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Crystal structures, the Earth and Dirac's Large Numbers Hypothesis

Nature volume 257, pages 115116 (11 September 1975) | Download Citation

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Abstract

DIRAC'S Large Numbers Hypothesis assumes that the large, dimensionless numbers obtained from the ratios between fundamental physical constants are related to the age, t, of the Universe1–4. The theory demands two important consequences: that matter be continuously created with time and that the gravitational constant, G, vary with time. To reconcile those demands with Einstein's theory of gravitation two metrics are required. One, the Einstein metric, involves the equations of motion and classical mechanics; the other, the atomic metric, refers to quantum mechanics and laboratory measurements of distances and time as determined by atoms. According to Dirac, the continuous creation of mass requires either of two models—one, called additive creation, assumes that matter is created uniformly throughout space (mostly intergalactic space). The other model is called multiplicative creation. It calls for the creation of matter where matter already exists in proportion to the amount and kind already existing.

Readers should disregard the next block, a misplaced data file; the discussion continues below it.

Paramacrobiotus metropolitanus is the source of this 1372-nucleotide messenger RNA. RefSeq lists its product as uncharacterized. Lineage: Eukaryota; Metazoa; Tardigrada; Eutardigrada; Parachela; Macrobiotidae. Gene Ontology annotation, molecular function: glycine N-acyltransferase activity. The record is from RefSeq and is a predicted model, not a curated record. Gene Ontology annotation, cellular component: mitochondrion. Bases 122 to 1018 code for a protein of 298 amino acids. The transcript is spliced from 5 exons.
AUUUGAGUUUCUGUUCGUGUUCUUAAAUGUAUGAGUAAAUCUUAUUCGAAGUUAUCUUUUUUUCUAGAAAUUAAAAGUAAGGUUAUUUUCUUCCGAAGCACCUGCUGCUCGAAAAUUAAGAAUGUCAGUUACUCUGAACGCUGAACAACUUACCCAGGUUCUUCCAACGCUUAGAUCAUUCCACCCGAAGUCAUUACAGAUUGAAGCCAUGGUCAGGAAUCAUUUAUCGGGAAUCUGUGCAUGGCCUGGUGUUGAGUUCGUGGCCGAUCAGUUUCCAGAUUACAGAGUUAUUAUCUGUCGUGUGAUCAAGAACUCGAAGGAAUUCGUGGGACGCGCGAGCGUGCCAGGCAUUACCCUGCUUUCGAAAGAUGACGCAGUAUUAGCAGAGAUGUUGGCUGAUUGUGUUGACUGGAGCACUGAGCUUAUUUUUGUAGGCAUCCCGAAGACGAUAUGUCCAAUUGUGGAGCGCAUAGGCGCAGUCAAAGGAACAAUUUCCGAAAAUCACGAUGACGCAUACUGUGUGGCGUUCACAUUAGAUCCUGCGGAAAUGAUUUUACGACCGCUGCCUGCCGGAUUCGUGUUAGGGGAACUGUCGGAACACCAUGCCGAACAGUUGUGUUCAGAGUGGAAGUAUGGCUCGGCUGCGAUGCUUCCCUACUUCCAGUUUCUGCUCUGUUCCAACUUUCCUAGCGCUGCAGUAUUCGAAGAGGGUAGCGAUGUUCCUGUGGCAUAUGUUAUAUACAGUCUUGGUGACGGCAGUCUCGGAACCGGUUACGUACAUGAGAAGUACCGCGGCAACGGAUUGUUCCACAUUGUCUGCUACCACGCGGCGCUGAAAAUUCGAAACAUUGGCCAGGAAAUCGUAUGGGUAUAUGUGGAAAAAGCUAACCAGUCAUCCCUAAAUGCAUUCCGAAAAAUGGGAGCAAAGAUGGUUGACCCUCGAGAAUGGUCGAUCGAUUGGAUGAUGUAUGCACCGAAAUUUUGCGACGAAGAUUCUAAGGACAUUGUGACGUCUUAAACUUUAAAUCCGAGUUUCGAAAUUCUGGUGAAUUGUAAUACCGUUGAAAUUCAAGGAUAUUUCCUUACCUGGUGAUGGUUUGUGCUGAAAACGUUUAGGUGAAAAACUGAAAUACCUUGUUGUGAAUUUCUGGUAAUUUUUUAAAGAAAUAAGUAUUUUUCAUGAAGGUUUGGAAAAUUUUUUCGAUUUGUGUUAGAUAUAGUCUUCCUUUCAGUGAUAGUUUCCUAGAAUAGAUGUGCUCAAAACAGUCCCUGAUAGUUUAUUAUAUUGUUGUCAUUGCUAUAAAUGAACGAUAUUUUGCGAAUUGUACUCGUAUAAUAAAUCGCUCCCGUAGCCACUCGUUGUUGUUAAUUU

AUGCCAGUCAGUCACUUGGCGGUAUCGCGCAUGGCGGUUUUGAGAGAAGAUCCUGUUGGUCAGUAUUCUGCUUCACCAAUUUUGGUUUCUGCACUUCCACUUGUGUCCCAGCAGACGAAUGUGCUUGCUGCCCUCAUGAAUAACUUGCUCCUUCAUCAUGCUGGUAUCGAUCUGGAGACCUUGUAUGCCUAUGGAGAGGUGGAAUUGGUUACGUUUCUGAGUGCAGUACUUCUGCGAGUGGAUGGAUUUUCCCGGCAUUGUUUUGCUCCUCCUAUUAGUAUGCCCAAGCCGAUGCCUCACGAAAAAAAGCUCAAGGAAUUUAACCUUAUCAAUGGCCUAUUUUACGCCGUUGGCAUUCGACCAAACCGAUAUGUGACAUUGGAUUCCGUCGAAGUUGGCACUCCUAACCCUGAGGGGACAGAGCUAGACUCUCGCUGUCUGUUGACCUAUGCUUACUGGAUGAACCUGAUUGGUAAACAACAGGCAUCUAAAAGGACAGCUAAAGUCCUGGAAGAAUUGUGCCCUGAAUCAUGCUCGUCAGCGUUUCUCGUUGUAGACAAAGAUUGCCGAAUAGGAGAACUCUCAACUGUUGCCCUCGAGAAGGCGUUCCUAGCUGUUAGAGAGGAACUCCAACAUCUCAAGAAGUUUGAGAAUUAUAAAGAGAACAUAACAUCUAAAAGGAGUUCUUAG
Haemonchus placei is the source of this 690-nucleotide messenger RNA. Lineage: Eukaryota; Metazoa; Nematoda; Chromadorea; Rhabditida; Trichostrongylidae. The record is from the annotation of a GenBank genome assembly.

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References

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  1. Department of Paleobiology, Smithsonian Institution, Washington, DC 20560

    • KENNETH M. TOWE

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https://doi.org/10.1038/257115a0

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